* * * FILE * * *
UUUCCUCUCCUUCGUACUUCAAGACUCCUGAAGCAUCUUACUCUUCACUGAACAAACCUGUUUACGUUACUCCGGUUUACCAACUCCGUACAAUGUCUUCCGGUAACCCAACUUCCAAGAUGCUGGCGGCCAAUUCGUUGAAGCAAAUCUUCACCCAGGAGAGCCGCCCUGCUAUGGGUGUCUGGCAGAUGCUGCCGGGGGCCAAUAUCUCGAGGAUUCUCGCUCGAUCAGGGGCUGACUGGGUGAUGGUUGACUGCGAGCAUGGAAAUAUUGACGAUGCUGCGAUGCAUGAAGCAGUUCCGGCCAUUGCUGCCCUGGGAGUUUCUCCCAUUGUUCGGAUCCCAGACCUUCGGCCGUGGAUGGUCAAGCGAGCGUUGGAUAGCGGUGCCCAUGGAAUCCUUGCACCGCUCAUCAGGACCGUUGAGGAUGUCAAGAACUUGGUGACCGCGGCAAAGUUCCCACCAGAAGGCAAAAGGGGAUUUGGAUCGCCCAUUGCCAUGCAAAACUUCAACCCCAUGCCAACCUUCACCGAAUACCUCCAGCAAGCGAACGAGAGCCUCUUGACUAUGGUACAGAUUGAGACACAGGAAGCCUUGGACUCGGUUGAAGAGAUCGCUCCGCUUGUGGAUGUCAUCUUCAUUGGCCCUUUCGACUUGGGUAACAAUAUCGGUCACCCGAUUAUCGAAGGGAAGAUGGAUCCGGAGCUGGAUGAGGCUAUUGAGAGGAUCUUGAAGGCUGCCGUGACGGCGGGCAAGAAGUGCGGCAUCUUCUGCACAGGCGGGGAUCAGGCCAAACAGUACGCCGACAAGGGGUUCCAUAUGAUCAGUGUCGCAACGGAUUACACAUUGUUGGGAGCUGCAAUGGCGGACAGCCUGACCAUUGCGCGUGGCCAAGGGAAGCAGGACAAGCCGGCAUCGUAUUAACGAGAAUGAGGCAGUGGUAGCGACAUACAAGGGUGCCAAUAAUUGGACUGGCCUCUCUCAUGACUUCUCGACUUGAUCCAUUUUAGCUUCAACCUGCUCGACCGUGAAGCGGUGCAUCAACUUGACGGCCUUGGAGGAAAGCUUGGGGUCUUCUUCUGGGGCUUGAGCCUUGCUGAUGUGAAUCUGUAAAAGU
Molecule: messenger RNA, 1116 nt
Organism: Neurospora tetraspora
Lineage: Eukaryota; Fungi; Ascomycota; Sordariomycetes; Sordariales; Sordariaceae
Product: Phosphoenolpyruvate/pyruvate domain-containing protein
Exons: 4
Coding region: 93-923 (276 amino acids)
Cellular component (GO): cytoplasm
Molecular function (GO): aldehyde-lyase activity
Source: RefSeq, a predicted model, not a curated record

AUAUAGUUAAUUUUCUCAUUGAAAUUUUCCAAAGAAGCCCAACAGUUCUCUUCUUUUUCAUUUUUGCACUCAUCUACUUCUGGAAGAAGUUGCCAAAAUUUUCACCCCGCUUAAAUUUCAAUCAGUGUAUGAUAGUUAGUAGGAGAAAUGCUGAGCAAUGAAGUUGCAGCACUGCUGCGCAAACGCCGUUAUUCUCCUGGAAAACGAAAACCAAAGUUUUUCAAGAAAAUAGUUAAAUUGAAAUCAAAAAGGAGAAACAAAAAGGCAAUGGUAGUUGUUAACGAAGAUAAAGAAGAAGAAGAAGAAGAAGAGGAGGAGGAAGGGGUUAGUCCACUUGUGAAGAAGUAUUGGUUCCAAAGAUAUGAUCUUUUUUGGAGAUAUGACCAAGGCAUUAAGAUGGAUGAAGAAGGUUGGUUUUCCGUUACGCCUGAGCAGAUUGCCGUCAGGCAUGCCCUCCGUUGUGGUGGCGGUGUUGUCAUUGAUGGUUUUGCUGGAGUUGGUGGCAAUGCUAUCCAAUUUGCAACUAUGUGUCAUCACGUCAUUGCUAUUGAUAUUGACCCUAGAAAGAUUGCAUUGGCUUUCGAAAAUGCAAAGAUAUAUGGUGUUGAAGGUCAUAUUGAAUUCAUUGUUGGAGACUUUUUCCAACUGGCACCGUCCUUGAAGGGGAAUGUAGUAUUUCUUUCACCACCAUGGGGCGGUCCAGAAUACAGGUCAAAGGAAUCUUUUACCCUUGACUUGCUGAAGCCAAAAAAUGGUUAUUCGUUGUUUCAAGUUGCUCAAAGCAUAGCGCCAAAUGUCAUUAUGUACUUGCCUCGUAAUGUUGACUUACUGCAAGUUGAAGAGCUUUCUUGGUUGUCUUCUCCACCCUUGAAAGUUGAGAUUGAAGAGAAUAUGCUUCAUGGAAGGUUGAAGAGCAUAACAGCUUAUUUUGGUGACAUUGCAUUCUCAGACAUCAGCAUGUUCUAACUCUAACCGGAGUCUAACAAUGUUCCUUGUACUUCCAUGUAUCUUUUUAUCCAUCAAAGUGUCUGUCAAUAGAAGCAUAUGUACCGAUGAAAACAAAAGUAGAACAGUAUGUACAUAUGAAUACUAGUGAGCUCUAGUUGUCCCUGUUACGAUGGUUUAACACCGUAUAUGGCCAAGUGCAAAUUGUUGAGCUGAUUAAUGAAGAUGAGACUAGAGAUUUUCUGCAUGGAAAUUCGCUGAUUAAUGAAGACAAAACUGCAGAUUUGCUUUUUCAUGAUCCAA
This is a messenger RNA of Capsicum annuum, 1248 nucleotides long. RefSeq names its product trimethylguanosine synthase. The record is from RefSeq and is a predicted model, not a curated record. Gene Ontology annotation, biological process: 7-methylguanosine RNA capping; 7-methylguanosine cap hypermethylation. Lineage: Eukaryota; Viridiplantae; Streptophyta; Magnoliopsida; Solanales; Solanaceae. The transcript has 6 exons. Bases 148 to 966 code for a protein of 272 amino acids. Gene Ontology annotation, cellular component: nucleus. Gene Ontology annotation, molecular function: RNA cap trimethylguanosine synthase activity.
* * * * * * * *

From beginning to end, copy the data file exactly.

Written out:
UUUCCUCUCCUUCGUACUUCAAGACUCCUGAAGCAUCUUACUCUUCACUGAACAAACCUGUUUACGUUACUCCGGUUUACCAACUCCGUACAAUGUCUUCCGGUAACCCAACUUCCAAGAUGCUGGCGGCCAAUUCGUUGAAGCAAAUCUUCACCCAGGAGAGCCGCCCUGCUAUGGGUGUCUGGCAGAUGCUGCCGGGGGCCAAUAUCUCGAGGAUUCUCGCUCGAUCAGGGGCUGACUGGGUGAUGGUUGACUGCGAGCAUGGAAAUAUUGACGAUGCUGCGAUGCAUGAAGCAGUUCCGGCCAUUGCUGCCCUGGGAGUUUCUCCCAUUGUUCGGAUCCCAGACCUUCGGCCGUGGAUGGUCAAGCGAGCGUUGGAUAGCGGUGCCCAUGGAAUCCUUGCACCGCUCAUCAGGACCGUUGAGGAUGUCAAGAACUUGGUGACCGCGGCAAAGUUCCCACCAGAAGGCAAAAGGGGAUUUGGAUCGCCCAUUGCCAUGCAAAACUUCAACCCCAUGCCAACCUUCACCGAAUACCUCCAGCAAGCGAACGAGAGCCUCUUGACUAUGGUACAGAUUGAGACACAGGAAGCCUUGGACUCGGUUGAAGAGAUCGCUCCGCUUGUGGAUGUCAUCUUCAUUGGCCCUUUCGACUUGGGUAACAAUAUCGGUCACCCGAUUAUCGAAGGGAAGAUGGAUCCGGAGCUGGAUGAGGCUAUUGAGAGGAUCUUGAAGGCUGCCGUGACGGCGGGCAAGAAGUGCGGCAUCUUCUGCACAGGCGGGGAUCAGGCCAAACAGUACGCCGACAAGGGGUUCCAUAUGAUCAGUGUCGCAACGGAUUACACAUUGUUGGGAGCUGCAAUGGCGGACAGCCUGACCAUUGCGCGUGGCCAAGGGAAGCAGGACAAGCCGGCAUCGUAUUAACGAGAAUGAGGCAGUGGUAGCGACAUACAAGGGUGCCAAUAAUUGGACUGGCCUCUCUCAUGACUUCUCGACUUGAUCCAUUUUAGCUUCAACCUGCUCGACCGUGAAGCGGUGCAUCAACUUGACGGCCUUGGAGGAAAGCUUGGGGUCUUCUUCUGGGGCUUGAGCCUUGCUGAUGUGAAUCUGUAAAAGU
Molecule: messenger RNA, 1116 nt
Organism: Neurospora tetraspora
Lineage: Eukaryota; Fungi; Ascomycota; Sordariomycetes; Sordariales; Sordariaceae
Product: Phosphoenolpyruvate/pyruvate domain-containing protein
Exons: 4
Coding region: 93-923 (276 amino acids)
Cellular component (GO): cytoplasm
Molecular function (GO): aldehyde-lyase activity
Source: RefSeq, a predicted model, not a curated record

AUAUAGUUAAUUUUCUCAUUGAAAUUUUCCAAAGAAGCCCAACAGUUCUCUUCUUUUUCAUUUUUGCACUCAUCUACUUCUGGAAGAAGUUGCCAAAAUUUUCACCCCGCUUAAAUUUCAAUCAGUGUAUGAUAGUUAGUAGGAGAAAUGCUGAGCAAUGAAGUUGCAGCACUGCUGCGCAAACGCCGUUAUUCUCCUGGAAAACGAAAACCAAAGUUUUUCAAGAAAAUAGUUAAAUUGAAAUCAAAAAGGAGAAACAAAAAGGCAAUGGUAGUUGUUAACGAAGAUAAAGAAGAAGAAGAAGAAGAAGAGGAGGAGGAAGGGGUUAGUCCACUUGUGAAGAAGUAUUGGUUCCAAAGAUAUGAUCUUUUUUGGAGAUAUGACCAAGGCAUUAAGAUGGAUGAAGAAGGUUGGUUUUCCGUUACGCCUGAGCAGAUUGCCGUCAGGCAUGCCCUCCGUUGUGGUGGCGGUGUUGUCAUUGAUGGUUUUGCUGGAGUUGGUGGCAAUGCUAUCCAAUUUGCAACUAUGUGUCAUCACGUCAUUGCUAUUGAUAUUGACCCUAGAAAGAUUGCAUUGGCUUUCGAAAAUGCAAAGAUAUAUGGUGUUGAAGGUCAUAUUGAAUUCAUUGUUGGAGACUUUUUCCAACUGGCACCGUCCUUGAAGGGGAAUGUAGUAUUUCUUUCACCACCAUGGGGCGGUCCAGAAUACAGGUCAAAGGAAUCUUUUACCCUUGACUUGCUGAAGCCAAAAAAUGGUUAUUCGUUGUUUCAAGUUGCUCAAAGCAUAGCGCCAAAUGUCAUUAUGUACUUGCCUCGUAAUGUUGACUUACUGCAAGUUGAAGAGCUUUCUUGGUUGUCUUCUCCACCCUUGAAAGUUGAGAUUGAAGAGAAUAUGCUUCAUGGAAGGUUGAAGAGCAUAACAGCUUAUUUUGGUGACAUUGCAUUCUCAGACAUCAGCAUGUUCUAACUCUAACCGGAGUCUAACAAUGUUCCUUGUACUUCCAUGUAUCUUUUUAUCCAUCAAAGUGUCUGUCAAUAGAAGCAUAUGUACCGAUGAAAACAAAAGUAGAACAGUAUGUACAUAUGAAUACUAGUGAGCUCUAGUUGUCCCUGUUACGAUGGUUUAACACCGUAUAUGGCCAAGUGCAAAUUGUUGAGCUGAUUAAUGAAGAUGAGACUAGAGAUUUUCUGCAUGGAAAUUCGCUGAUUAAUGAAGACAAAACUGCAGAUUUGCUUUUUCAUGAUCCAA
This is a messenger RNA of Capsicum annuum, 1248 nucleotides long. RefSeq names its product trimethylguanosine synthase. The record is from RefSeq and is a predicted model, not a curated record. Gene Ontology annotation, biological process: 7-methylguanosine RNA capping; 7-methylguanosine cap hypermethylation. Lineage: Eukaryota; Viridiplantae; Streptophyta; Magnoliopsida; Solanales; Solanaceae. The transcript has 6 exons. Bases 148 to 966 code for a protein of 272 amino acids. Gene Ontology annotation, cellular component: nucleus. Gene Ontology annotation, molecular function: RNA cap trimethylguanosine synthase activity.